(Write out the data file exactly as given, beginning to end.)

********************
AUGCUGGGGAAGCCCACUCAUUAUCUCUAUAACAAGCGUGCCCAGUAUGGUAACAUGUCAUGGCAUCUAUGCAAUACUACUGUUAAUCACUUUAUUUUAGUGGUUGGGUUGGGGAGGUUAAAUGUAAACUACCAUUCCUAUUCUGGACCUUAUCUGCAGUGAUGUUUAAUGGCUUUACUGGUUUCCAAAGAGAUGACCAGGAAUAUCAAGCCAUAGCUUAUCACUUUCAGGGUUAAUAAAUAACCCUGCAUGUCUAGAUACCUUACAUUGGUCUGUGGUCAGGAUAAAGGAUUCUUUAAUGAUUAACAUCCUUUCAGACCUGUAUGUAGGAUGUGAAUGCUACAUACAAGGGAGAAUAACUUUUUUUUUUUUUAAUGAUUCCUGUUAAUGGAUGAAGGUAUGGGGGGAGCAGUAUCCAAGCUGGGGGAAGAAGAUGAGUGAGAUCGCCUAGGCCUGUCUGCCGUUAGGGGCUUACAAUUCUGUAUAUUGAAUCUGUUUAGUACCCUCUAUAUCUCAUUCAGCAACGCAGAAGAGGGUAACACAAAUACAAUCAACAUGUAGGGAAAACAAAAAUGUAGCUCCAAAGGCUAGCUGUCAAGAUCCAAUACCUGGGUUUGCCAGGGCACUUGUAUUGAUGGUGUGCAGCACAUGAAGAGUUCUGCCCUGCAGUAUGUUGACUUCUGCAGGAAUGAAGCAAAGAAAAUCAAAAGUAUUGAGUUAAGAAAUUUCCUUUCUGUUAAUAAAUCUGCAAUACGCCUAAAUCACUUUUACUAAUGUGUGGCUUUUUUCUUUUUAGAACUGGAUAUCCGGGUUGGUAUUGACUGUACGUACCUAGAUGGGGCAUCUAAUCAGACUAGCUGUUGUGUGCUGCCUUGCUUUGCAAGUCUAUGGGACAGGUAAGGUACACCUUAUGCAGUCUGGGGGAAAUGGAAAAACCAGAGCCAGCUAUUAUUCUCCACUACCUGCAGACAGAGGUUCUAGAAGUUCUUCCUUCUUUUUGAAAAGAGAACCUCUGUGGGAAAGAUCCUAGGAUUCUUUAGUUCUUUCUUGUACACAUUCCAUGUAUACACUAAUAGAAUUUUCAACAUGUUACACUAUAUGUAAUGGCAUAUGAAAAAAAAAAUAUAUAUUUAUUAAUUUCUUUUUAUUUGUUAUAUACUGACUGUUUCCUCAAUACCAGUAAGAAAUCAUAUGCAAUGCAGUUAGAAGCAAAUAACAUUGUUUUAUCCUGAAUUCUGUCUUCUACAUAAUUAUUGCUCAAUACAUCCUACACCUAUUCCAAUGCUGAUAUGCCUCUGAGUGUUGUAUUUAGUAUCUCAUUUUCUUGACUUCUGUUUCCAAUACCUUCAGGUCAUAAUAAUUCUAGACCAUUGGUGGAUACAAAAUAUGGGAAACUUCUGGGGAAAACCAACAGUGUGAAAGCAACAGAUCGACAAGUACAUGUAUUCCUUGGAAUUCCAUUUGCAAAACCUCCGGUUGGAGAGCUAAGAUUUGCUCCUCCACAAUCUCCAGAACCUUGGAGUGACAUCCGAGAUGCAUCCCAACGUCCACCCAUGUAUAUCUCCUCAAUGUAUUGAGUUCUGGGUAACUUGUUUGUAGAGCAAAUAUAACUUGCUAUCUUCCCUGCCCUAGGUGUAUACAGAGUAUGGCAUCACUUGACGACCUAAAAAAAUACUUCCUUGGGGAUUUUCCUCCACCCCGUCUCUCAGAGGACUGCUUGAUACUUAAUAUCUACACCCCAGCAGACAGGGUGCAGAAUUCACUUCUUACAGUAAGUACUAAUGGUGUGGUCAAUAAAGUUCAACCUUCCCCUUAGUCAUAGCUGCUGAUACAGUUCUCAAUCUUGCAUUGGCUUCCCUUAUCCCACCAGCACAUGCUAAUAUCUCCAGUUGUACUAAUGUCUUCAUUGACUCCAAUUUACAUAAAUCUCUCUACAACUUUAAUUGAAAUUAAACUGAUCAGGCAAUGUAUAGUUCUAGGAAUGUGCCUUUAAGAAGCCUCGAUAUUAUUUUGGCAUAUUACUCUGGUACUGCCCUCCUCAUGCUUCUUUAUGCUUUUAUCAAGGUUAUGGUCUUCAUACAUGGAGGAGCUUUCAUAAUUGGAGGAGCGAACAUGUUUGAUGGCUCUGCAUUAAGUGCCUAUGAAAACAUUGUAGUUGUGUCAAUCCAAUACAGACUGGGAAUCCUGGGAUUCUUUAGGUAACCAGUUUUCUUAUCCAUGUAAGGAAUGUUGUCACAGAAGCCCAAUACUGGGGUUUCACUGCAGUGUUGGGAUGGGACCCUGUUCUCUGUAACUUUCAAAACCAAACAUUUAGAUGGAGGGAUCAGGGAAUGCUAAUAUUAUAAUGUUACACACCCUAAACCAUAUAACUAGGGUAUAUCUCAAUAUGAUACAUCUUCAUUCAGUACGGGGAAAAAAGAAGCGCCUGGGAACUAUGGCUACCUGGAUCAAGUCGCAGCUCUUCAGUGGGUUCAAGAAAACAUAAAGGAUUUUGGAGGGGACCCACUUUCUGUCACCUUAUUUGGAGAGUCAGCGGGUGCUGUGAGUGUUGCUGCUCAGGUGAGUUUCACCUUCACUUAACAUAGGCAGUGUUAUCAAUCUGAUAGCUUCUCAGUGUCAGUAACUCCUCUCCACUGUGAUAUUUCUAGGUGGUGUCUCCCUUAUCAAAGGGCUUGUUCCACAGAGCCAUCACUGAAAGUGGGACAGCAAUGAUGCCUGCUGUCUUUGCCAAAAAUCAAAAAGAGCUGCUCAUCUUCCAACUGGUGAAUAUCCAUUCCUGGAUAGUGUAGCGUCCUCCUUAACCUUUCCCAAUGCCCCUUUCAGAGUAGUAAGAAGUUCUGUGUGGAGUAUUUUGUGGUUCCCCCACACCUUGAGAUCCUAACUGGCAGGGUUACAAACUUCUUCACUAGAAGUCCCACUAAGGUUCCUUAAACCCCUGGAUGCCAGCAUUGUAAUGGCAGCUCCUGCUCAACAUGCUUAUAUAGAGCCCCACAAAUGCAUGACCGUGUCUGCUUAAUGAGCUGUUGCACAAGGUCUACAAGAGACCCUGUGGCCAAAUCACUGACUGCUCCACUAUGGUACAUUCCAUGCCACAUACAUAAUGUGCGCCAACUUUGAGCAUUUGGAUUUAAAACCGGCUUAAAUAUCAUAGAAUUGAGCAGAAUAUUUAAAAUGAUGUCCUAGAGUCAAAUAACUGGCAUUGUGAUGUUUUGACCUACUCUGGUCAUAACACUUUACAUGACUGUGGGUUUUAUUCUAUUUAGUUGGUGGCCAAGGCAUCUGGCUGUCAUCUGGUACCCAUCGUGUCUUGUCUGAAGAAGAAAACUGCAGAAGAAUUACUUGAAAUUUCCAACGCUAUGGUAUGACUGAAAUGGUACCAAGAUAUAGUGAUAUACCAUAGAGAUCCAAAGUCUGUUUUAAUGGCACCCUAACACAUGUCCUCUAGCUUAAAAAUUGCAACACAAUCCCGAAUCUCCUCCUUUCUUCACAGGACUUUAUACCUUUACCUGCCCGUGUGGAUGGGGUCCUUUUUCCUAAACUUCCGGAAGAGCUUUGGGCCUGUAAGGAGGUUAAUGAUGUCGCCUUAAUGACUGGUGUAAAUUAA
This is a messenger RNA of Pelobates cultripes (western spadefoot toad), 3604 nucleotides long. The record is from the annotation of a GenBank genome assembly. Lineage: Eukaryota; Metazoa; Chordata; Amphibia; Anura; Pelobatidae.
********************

AUGCUGGGGAAGCCCACUCAUUAUCUCUAUAACAAGCGUGCCCAGUAUGGUAACAUGUCAUGGCAUCUAUGCAAUACUACUGUUAAUCACUUUAUUUUAGUGGUUGGGUUGGGGAGGUUAAAUGUAAACUACCAUUCCUAUUCUGGACCUUAUCUGCAGUGAUGUUUAAUGGCUUUACUGGUUUCCAAAGAGAUGACCAGGAAUAUCAAGCCAUAGCUUAUCACUUUCAGGGUUAAUAAAUAACCCUGCAUGUCUAGAUACCUUACAUUGGUCUGUGGUCAGGAUAAAGGAUUCUUUAAUGAUUAACAUCCUUUCAGACCUGUAUGUAGGAUGUGAAUGCUACAUACAAGGGAGAAUAACUUUUUUUUUUUUUAAUGAUUCCUGUUAAUGGAUGAAGGUAUGGGGGGAGCAGUAUCCAAGCUGGGGGAAGAAGAUGAGUGAGAUCGCCUAGGCCUGUCUGCCGUUAGGGGCUUACAAUUCUGUAUAUUGAAUCUGUUUAGUACCCUCUAUAUCUCAUUCAGCAACGCAGAAGAGGGUAACACAAAUACAAUCAACAUGUAGGGAAAACAAAAAUGUAGCUCCAAAGGCUAGCUGUCAAGAUCCAAUACCUGGGUUUGCCAGGGCACUUGUAUUGAUGGUGUGCAGCACAUGAAGAGUUCUGCCCUGCAGUAUGUUGACUUCUGCAGGAAUGAAGCAAAGAAAAUCAAAAGUAUUGAGUUAAGAAAUUUCCUUUCUGUUAAUAAAUCUGCAAUACGCCUAAAUCACUUUUACUAAUGUGUGGCUUUUUUCUUUUUAGAACUGGAUAUCCGGGUUGGUAUUGACUGUACGUACCUAGAUGGGGCAUCUAAUCAGACUAGCUGUUGUGUGCUGCCUUGCUUUGCAAGUCUAUGGGACAGGUAAGGUACACCUUAUGCAGUCUGGGGGAAAUGGAAAAACCAGAGCCAGCUAUUAUUCUCCACUACCUGCAGACAGAGGUUCUAGAAGUUCUUCCUUCUUUUUGAAAAGAGAACCUCUGUGGGAAAGAUCCUAGGAUUCUUUAGUUCUUUCUUGUACACAUUCCAUGUAUACACUAAUAGAAUUUUCAACAUGUUACACUAUAUGUAAUGGCAUAUGAAAAAAAAAAUAUAUAUUUAUUAAUUUCUUUUUAUUUGUUAUAUACUGACUGUUUCCUCAAUACCAGUAAGAAAUCAUAUGCAAUGCAGUUAGAAGCAAAUAACAUUGUUUUAUCCUGAAUUCUGUCUUCUACAUAAUUAUUGCUCAAUACAUCCUACACCUAUUCCAAUGCUGAUAUGCCUCUGAGUGUUGUAUUUAGUAUCUCAUUUUCUUGACUUCUGUUUCCAAUACCUUCAGGUCAUAAUAAUUCUAGACCAUUGGUGGAUACAAAAUAUGGGAAACUUCUGGGGAAAACCAACAGUGUGAAAGCAACAGAUCGACAAGUACAUGUAUUCCUUGGAAUUCCAUUUGCAAAACCUCCGGUUGGAGAGCUAAGAUUUGCUCCUCCACAAUCUCCAGAACCUUGGAGUGACAUCCGAGAUGCAUCCCAACGUCCACCCAUGUAUAUCUCCUCAAUGUAUUGAGUUCUGGGUAACUUGUUUGUAGAGCAAAUAUAACUUGCUAUCUUCCCUGCCCUAGGUGUAUACAGAGUAUGGCAUCACUUGACGACCUAAAAAAAUACUUCCUUGGGGAUUUUCCUCCACCCCGUCUCUCAGAGGACUGCUUGAUACUUAAUAUCUACACCCCAGCAGACAGGGUGCAGAAUUCACUUCUUACAGUAAGUACUAAUGGUGUGGUCAAUAAAGUUCAACCUUCCCCUUAGUCAUAGCUGCUGAUACAGUUCUCAAUCUUGCAUUGGCUUCCCUUAUCCCACCAGCACAUGCUAAUAUCUCCAGUUGUACUAAUGUCUUCAUUGACUCCAAUUUACAUAAAUCUCUCUACAACUUUAAUUGAAAUUAAACUGAUCAGGCAAUGUAUAGUUCUAGGAAUGUGCCUUUAAGAAGCCUCGAUAUUAUUUUGGCAUAUUACUCUGGUACUGCCCUCCUCAUGCUUCUUUAUGCUUUUAUCAAGGUUAUGGUCUUCAUACAUGGAGGAGCUUUCAUAAUUGGAGGAGCGAACAUGUUUGAUGGCUCUGCAUUAAGUGCCUAUGAAAACAUUGUAGUUGUGUCAAUCCAAUACAGACUGGGAAUCCUGGGAUUCUUUAGGUAACCAGUUUUCUUAUCCAUGUAAGGAAUGUUGUCACAGAAGCCCAAUACUGGGGUUUCACUGCAGUGUUGGGAUGGGACCCUGUUCUCUGUAACUUUCAAAACCAAACAUUUAGAUGGAGGGAUCAGGGAAUGCUAAUAUUAUAAUGUUACACACCCUAAACCAUAUAACUAGGGUAUAUCUCAAUAUGAUACAUCUUCAUUCAGUACGGGGAAAAAAGAAGCGCCUGGGAACUAUGGCUACCUGGAUCAAGUCGCAGCUCUUCAGUGGGUUCAAGAAAACAUAAAGGAUUUUGGAGGGGACCCACUUUCUGUCACCUUAUUUGGAGAGUCAGCGGGUGCUGUGAGUGUUGCUGCUCAGGUGAGUUUCACCUUCACUUAACAUAGGCAGUGUUAUCAAUCUGAUAGCUUCUCAGUGUCAGUAACUCCUCUCCACUGUGAUAUUUCUAGGUGGUGUCUCCCUUAUCAAAGGGCUUGUUCCACAGAGCCAUCACUGAAAGUGGGACAGCAAUGAUGCCUGCUGUCUUUGCCAAAAAUCAAAAAGAGCUGCUCAUCUUCCAACUGGUGAAUAUCCAUUCCUGGAUAGUGUAGCGUCCUCCUUAACCUUUCCCAAUGCCCCUUUCAGAGUAGUAAGAAGUUCUGUGUGGAGUAUUUUGUGGUUCCCCCACACCUUGAGAUCCUAACUGGCAGGGUUACAAACUUCUUCACUAGAAGUCCCACUAAGGUUCCUUAAACCCCUGGAUGCCAGCAUUGUAAUGGCAGCUCCUGCUCAACAUGCUUAUAUAGAGCCCCACAAAUGCAUGACCGUGUCUGCUUAAUGAGCUGUUGCACAAGGUCUACAAGAGACCCUGUGGCCAAAUCACUGACUGCUCCACUAUGGUACAUUCCAUGCCACAUACAUAAUGUGCGCCAACUUUGAGCAUUUGGAUUUAAAACCGGCUUAAAUAUCAUAGAAUUGAGCAGAAUAUUUAAAAUGAUGUCCUAGAGUCAAAUAACUGGCAUUGUGAUGUUUUGACCUACUCUGGUCAUAACACUUUACAUGACUGUGGGUUUUAUUCUAUUUAGUUGGUGGCCAAGGCAUCUGGCUGUCAUCUGGUACCCAUCGUGUCUUGUCUGAAGAAGAAAACUGCAGAAGAAUUACUUGAAAUUUCCAACGCUAUGGUAUGACUGAAAUGGUACCAAGAUAUAGUGAUAUACCAUAGAGAUCCAAAGUCUGUUUUAAUGGCACCCUAACACAUGUCCUCUAGCUUAAAAAUUGCAACACAAUCCCGAAUCUCCUCCUUUCUUCACAGGACUUUAUACCUUUACCUGCCCGUGUGGAUGGGGUCCUUUUUCCUAAACUUCCGGAAGAGCUUUGGGCCUGUAAGGAGGUUAAUGAUGUCGCCUUAAUGACUGGUGUAAAUUAA
This is a messenger RNA of Pelobates cultripes (western spadefoot toad), 3604 nucleotides long. The record is from the annotation of a GenBank genome assembly. Lineage: Eukaryota; Metazoa; Chordata; Amphibia; Anura; Pelobatidae.